- Evaluation of the theoretical portion of the competence will be done by the CFS Faculty liaison, via approval of the annotated bibliography as part of approving the internship, and via approving the final research paper.
- The grading options for CFS internships are an S/N or a letter grade based on the agreement between the student, the supervisor, and the student’s advisor.
Finding an Internship
Metropolitan State resources for finding internships are explained at the internship information session. Alternatively, you may find an internship on your own. Due to the nature of the field, it is highly recommended that you find an internship through your employment or your connections. In either case, you must observe the following rules.
i) Your site supervisor may not be related to you (e.g., a parent, sibling, child, uncle, aunt, cousin, in law, domestic partner). Check if you're not sure, this list is not exhaustive. You also may not be related to the faculty liaison.
ii) An internship must consist of new learning. You may do an internship at your present work location, even for your present supervisor. But this work must be something that is new learning for you, and it must be significantly different from the work that you normally do for this organization.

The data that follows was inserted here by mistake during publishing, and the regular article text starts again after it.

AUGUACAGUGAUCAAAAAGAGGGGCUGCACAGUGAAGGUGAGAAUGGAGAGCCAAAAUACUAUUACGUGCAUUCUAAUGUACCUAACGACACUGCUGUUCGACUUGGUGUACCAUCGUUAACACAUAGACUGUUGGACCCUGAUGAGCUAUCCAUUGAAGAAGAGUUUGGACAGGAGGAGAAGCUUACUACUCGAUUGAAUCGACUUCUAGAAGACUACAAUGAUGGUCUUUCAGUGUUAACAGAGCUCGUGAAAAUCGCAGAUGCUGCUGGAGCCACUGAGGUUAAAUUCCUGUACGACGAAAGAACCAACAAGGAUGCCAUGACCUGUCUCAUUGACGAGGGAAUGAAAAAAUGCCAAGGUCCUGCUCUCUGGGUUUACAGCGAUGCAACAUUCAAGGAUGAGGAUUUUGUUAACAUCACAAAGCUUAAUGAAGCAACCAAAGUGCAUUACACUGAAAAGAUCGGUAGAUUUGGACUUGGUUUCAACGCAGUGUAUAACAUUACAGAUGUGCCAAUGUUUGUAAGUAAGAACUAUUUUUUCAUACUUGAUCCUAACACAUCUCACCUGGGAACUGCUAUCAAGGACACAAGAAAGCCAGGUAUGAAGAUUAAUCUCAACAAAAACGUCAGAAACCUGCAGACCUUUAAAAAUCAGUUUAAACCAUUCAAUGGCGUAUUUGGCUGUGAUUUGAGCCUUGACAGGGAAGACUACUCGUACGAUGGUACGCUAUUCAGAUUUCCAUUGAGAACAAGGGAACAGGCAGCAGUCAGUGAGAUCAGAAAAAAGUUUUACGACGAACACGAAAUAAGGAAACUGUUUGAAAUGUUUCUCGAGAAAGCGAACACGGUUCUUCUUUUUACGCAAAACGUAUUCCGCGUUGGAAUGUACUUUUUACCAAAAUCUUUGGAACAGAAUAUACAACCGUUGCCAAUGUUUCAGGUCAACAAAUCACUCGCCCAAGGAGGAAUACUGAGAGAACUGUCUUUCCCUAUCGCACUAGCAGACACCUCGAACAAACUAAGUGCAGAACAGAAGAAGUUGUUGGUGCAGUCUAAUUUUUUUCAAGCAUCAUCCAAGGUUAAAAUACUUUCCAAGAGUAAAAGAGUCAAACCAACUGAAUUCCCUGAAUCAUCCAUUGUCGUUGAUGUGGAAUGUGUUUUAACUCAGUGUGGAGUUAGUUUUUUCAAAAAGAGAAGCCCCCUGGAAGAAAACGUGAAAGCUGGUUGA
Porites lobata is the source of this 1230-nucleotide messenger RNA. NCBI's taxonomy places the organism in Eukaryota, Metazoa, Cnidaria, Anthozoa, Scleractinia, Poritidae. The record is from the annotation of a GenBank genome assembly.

iii) Completing the Academic Internship Agreement with the help of the site supervisor/evaluator: If you have any question about the competence statement and/or annotated bibliography, talk to the CFS faculty liaison. This can save you iteration later should the CFS faculty liaison need to request changes in your agreement to make your internship acceptable to the department.
iv) Multiple internships: A student may count up to two CFS internships (6 credits at the maximum) toward a CFS degree. These internships may be at the same site, and may have the same site supervisor. However, they must be completely different internships, covering different competencies, with different reading lists and separate papers. Each requires a full internship application.
v) Evaluation: List the site supervisor as the evaluator on the Academic Internship
Note: Just performing work, having regular work performance reviews, reading training manuals or company personnel manuals will not be adequate to receive college level credit for an internship.
Gaining Internship Approval